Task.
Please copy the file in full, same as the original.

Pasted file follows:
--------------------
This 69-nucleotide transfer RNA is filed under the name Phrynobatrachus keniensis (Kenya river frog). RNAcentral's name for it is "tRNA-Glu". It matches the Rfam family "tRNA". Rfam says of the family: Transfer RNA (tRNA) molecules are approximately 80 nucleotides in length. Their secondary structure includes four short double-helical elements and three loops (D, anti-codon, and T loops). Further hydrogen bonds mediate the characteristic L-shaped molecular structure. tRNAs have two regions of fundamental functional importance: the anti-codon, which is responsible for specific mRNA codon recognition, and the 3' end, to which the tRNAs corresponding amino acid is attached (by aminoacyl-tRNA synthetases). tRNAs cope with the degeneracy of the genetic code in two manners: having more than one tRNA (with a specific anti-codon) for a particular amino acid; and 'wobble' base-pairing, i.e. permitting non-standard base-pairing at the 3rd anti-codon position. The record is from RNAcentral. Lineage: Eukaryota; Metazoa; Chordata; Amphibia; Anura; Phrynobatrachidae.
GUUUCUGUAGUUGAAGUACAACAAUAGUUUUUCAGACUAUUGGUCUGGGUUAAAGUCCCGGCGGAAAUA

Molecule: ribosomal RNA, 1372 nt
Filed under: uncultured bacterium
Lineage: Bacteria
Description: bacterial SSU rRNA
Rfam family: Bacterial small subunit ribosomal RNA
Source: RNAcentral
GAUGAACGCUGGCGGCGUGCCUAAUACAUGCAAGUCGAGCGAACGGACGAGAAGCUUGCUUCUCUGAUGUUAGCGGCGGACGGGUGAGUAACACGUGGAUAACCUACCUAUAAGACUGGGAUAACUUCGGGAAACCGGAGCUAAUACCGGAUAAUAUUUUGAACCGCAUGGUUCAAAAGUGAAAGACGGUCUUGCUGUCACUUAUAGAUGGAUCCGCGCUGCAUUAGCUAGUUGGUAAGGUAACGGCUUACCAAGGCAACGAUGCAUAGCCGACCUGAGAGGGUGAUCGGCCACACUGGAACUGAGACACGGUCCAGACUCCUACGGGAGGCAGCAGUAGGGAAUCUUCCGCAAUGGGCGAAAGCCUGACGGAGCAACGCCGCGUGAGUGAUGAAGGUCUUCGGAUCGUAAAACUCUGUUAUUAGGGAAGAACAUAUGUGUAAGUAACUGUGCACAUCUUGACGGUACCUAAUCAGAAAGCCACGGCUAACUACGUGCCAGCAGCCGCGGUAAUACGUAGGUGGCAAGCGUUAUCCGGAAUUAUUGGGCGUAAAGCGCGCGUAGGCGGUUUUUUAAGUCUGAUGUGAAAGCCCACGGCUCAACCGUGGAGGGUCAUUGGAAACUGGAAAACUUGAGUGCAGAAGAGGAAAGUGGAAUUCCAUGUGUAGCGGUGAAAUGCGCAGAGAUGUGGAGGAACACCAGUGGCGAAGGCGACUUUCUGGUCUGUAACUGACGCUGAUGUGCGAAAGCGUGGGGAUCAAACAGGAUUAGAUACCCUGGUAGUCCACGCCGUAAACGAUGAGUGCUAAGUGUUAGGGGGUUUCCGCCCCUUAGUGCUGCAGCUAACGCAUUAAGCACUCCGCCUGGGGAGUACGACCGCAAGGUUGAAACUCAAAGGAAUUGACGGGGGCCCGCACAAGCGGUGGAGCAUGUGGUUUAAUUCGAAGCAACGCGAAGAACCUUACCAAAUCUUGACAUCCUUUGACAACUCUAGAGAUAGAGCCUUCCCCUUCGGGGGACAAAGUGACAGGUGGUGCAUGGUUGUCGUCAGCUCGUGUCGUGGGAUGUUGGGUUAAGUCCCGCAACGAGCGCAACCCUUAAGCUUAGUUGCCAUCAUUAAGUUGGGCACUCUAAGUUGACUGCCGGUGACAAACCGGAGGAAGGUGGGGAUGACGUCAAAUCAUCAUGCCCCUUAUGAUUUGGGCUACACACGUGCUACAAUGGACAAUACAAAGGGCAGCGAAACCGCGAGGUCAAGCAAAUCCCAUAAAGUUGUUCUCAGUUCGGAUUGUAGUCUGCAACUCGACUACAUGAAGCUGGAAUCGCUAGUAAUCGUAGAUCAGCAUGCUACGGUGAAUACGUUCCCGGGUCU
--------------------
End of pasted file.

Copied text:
This 69-nucleotide transfer RNA is filed under the name Phrynobatrachus keniensis (Kenya river frog). RNAcentral's name for it is "tRNA-Glu". It matches the Rfam family "tRNA". Rfam says of the family: Transfer RNA (tRNA) molecules are approximately 80 nucleotides in length. Their secondary structure includes four short double-helical elements and three loops (D, anti-codon, and T loops). Further hydrogen bonds mediate the characteristic L-shaped molecular structure. tRNAs have two regions of fundamental functional importance: the anti-codon, which is responsible for specific mRNA codon recognition, and the 3' end, to which the tRNAs corresponding amino acid is attached (by aminoacyl-tRNA synthetases). tRNAs cope with the degeneracy of the genetic code in two manners: having more than one tRNA (with a specific anti-codon) for a particular amino acid; and 'wobble' base-pairing, i.e. permitting non-standard base-pairing at the 3rd anti-codon position. The record is from RNAcentral. Lineage: Eukaryota; Metazoa; Chordata; Amphibia; Anura; Phrynobatrachidae.
GUUUCUGUAGUUGAAGUACAACAAUAGUUUUUCAGACUAUUGGUCUGGGUUAAAGUCCCGGCGGAAAUA

Molecule: ribosomal RNA, 1372 nt
Filed under: uncultured bacterium
Lineage: Bacteria
Description: bacterial SSU rRNA
Rfam family: Bacterial small subunit ribosomal RNA
Source: RNAcentral
GAUGAACGCUGGCGGCGUGCCUAAUACAUGCAAGUCGAGCGAACGGACGAGAAGCUUGCUUCUCUGAUGUUAGCGGCGGACGGGUGAGUAACACGUGGAUAACCUACCUAUAAGACUGGGAUAACUUCGGGAAACCGGAGCUAAUACCGGAUAAUAUUUUGAACCGCAUGGUUCAAAAGUGAAAGACGGUCUUGCUGUCACUUAUAGAUGGAUCCGCGCUGCAUUAGCUAGUUGGUAAGGUAACGGCUUACCAAGGCAACGAUGCAUAGCCGACCUGAGAGGGUGAUCGGCCACACUGGAACUGAGACACGGUCCAGACUCCUACGGGAGGCAGCAGUAGGGAAUCUUCCGCAAUGGGCGAAAGCCUGACGGAGCAACGCCGCGUGAGUGAUGAAGGUCUUCGGAUCGUAAAACUCUGUUAUUAGGGAAGAACAUAUGUGUAAGUAACUGUGCACAUCUUGACGGUACCUAAUCAGAAAGCCACGGCUAACUACGUGCCAGCAGCCGCGGUAAUACGUAGGUGGCAAGCGUUAUCCGGAAUUAUUGGGCGUAAAGCGCGCGUAGGCGGUUUUUUAAGUCUGAUGUGAAAGCCCACGGCUCAACCGUGGAGGGUCAUUGGAAACUGGAAAACUUGAGUGCAGAAGAGGAAAGUGGAAUUCCAUGUGUAGCGGUGAAAUGCGCAGAGAUGUGGAGGAACACCAGUGGCGAAGGCGACUUUCUGGUCUGUAACUGACGCUGAUGUGCGAAAGCGUGGGGAUCAAACAGGAUUAGAUACCCUGGUAGUCCACGCCGUAAACGAUGAGUGCUAAGUGUUAGGGGGUUUCCGCCCCUUAGUGCUGCAGCUAACGCAUUAAGCACUCCGCCUGGGGAGUACGACCGCAAGGUUGAAACUCAAAGGAAUUGACGGGGGCCCGCACAAGCGGUGGAGCAUGUGGUUUAAUUCGAAGCAACGCGAAGAACCUUACCAAAUCUUGACAUCCUUUGACAACUCUAGAGAUAGAGCCUUCCCCUUCGGGGGACAAAGUGACAGGUGGUGCAUGGUUGUCGUCAGCUCGUGUCGUGGGAUGUUGGGUUAAGUCCCGCAACGAGCGCAACCCUUAAGCUUAGUUGCCAUCAUUAAGUUGGGCACUCUAAGUUGACUGCCGGUGACAAACCGGAGGAAGGUGGGGAUGACGUCAAAUCAUCAUGCCCCUUAUGAUUUGGGCUACACACGUGCUACAAUGGACAAUACAAAGGGCAGCGAAACCGCGAGGUCAAGCAAAUCCCAUAAAGUUGUUCUCAGUUCGGAUUGUAGUCUGCAACUCGACUACAUGAAGCUGGAAUCGCUAGUAAUCGUAGAUCAGCAUGCUACGGUGAAUACGUUCCCGGGUCU